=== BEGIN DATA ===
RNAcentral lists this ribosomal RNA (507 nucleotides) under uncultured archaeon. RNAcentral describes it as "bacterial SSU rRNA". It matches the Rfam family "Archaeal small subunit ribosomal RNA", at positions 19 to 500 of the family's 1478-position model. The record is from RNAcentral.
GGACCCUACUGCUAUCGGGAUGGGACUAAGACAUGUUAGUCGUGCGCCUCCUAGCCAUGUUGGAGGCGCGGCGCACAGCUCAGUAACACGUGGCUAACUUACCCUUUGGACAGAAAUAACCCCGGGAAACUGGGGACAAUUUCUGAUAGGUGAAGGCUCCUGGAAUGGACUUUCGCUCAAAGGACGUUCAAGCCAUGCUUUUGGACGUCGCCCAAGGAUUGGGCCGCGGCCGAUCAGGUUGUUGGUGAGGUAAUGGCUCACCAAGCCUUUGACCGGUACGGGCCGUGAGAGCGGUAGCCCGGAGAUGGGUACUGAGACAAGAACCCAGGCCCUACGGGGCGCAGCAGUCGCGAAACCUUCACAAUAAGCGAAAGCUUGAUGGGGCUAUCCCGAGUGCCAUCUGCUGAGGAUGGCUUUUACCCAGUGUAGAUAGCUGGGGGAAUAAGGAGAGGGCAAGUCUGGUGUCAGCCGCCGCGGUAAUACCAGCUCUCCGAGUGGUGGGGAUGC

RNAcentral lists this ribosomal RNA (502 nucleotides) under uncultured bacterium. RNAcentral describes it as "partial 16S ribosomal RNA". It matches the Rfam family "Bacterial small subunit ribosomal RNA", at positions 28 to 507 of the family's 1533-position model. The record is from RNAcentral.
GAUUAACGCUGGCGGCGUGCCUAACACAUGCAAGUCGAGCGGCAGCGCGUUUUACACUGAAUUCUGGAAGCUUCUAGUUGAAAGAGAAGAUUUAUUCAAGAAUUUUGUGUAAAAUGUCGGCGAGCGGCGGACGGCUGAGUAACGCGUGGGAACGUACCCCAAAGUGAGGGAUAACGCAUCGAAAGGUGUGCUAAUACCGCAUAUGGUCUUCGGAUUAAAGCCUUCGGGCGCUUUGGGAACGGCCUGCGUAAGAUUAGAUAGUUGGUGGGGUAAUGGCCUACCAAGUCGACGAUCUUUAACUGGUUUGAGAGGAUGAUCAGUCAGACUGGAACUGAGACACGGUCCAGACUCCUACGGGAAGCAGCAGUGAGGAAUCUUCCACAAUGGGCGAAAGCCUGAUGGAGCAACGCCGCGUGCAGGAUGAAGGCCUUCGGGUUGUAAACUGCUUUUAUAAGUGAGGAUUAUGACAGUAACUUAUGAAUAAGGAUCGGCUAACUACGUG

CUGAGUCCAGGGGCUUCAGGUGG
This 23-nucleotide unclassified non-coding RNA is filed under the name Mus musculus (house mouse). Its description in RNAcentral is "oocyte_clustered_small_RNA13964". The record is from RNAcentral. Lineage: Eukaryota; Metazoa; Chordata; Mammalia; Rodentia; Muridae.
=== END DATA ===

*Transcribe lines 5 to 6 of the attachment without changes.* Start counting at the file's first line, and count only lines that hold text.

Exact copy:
CUGAGUCCAGGGGCUUCAGGUGG
This 23-nucleotide unclassified non-coding RNA is filed under the name Mus musculus (house mouse). Its description in RNAcentral is "oocyte_clustered_small_RNA13964". The record is from RNAcentral. Lineage: Eukaryota; Metazoa; Chordata; Mammalia; Rodentia; Muridae.